Some female athletes at the Beijing Olympics will undergo controversial gender tests to ensure that they are genetically women.
Organizers of the Beijing Olympics have set up a sex-determination laboratory to evaluate “suspect” female athletes, the official Chinese news agency Xinhua reported Sunday. The lab is similar to ones set up at previous Olympics in Sydney and Athens, and will draw on the resources of the Peking Union Medical College Hospital to evaluate an athlete’s external appearance, hormones and genes.
Some medical ethicists have said the practice is too intrusive. “Real people are going to be hurt by this,” said Alice Dreger, an associate professor in medical humanities and bioethics at Northwestern University. Real Olympic athletes who have spent their whole life waiting for this moment.”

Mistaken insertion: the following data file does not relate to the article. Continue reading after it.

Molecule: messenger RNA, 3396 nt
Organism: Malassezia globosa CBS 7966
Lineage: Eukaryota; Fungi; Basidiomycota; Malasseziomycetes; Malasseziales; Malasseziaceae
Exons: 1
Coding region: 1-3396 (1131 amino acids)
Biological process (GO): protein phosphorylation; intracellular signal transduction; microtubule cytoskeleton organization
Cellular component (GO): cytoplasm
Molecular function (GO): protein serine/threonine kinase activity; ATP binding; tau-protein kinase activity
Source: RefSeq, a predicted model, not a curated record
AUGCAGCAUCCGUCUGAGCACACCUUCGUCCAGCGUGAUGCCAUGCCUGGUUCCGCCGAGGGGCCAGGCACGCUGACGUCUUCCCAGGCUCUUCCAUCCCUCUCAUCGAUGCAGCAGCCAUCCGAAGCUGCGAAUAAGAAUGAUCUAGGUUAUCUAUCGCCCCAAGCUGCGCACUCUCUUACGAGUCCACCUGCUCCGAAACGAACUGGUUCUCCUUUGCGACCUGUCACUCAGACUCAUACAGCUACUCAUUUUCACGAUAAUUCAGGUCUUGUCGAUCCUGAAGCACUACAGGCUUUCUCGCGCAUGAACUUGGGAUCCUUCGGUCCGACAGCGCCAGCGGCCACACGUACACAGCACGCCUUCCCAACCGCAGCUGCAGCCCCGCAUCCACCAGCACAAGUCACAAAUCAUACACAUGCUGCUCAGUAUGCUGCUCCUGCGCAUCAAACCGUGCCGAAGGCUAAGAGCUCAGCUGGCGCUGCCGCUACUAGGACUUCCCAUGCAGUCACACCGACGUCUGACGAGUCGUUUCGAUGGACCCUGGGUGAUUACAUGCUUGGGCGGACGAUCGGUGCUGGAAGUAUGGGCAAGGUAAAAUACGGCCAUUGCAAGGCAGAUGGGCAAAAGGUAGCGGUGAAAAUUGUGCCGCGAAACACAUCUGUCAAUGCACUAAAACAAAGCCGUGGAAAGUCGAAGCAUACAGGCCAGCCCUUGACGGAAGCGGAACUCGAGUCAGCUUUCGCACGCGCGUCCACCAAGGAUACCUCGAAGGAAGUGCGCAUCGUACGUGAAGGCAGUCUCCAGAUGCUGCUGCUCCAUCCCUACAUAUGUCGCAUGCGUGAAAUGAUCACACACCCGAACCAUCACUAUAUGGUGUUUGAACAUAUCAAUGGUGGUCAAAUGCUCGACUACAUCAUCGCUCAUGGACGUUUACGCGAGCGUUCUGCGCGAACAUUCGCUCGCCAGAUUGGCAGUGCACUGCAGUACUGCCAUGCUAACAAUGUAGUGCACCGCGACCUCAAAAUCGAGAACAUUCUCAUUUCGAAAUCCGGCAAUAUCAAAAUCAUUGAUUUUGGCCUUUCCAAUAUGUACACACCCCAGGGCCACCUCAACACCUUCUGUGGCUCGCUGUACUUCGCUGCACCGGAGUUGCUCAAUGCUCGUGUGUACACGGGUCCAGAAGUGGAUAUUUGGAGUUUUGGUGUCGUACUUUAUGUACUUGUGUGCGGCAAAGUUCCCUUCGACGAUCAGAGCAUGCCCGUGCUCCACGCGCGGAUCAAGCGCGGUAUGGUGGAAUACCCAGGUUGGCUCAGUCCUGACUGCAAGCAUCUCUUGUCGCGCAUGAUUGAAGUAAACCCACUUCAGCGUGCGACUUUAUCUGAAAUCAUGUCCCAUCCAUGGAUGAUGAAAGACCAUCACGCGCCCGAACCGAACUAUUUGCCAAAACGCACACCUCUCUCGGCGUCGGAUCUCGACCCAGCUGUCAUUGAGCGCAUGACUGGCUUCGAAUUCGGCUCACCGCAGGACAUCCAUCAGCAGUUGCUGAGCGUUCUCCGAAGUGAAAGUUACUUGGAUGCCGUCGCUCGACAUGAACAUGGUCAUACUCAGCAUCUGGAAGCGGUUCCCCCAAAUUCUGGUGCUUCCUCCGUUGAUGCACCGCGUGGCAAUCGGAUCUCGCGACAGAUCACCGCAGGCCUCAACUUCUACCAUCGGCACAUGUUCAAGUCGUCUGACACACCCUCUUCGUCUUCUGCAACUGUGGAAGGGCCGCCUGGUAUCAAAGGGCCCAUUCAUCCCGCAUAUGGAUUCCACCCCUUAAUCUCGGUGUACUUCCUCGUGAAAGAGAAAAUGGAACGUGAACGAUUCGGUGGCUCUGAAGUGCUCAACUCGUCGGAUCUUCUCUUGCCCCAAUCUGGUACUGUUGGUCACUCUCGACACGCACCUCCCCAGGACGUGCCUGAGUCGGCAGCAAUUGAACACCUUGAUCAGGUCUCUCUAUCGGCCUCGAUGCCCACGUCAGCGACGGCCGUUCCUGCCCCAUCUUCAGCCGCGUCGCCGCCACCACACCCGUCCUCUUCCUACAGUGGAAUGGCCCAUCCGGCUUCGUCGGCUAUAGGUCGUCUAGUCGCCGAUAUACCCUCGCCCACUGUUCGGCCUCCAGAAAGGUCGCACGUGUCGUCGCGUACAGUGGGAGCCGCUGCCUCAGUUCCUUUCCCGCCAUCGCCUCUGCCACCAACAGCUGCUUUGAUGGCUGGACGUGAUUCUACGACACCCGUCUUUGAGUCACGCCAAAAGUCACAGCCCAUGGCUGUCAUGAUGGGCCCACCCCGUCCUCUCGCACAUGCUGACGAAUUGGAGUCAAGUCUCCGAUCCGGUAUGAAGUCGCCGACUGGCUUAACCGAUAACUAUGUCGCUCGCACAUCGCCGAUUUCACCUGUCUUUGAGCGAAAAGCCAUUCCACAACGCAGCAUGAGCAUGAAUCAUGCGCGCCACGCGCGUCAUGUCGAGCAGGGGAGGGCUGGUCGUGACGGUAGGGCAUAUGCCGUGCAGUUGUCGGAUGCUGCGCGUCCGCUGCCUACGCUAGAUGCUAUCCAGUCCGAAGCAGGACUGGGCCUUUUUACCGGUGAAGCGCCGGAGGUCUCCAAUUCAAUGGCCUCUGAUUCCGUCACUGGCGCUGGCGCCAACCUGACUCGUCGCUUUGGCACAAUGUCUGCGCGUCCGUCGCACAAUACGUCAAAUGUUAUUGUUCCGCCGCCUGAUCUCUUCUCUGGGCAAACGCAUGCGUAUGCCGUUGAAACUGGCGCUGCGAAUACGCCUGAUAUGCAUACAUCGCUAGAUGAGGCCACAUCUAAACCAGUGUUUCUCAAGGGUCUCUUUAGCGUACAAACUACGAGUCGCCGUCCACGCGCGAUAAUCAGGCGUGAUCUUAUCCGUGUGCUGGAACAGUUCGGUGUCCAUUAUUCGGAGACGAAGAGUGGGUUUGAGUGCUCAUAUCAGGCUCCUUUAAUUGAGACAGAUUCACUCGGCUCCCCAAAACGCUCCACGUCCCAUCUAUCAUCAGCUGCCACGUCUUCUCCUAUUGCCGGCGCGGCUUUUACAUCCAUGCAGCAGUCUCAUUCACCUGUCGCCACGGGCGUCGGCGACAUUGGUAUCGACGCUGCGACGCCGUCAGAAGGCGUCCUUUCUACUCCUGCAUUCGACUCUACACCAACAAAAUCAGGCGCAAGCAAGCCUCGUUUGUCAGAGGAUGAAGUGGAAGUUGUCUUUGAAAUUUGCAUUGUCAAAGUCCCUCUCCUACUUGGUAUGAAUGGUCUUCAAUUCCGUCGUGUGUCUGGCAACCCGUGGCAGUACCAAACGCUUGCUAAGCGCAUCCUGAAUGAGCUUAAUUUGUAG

Although only athletes whose gender has been questioned will be tested in Beijing, the lab is a relic of an earlier Olympic era, when every female athlete was required to submit to a sex-verification test before competing in the Games. The tests emerged in the 1960s, when the Soviet Union and other Communist countries were suspected of entering male athletes in women’s events to gain an edge. At first, women were asked to parade nude before a panel of doctors to verify their sex. At the 1968 Olympics in Mexico City, officials switched to a chromosomal test.
Some scientists are blasting the testing as unfair, saying that gender is not always a “cut and dried” issue. Some people who appear physically female have a Y chromosome while some people who look like men may not. Only one case of deliberate gender cheating has even been proven in Olympic competition – a 1936 German high-jumper who 20 years later revealed that the Nazis had forced him to compete as a woman.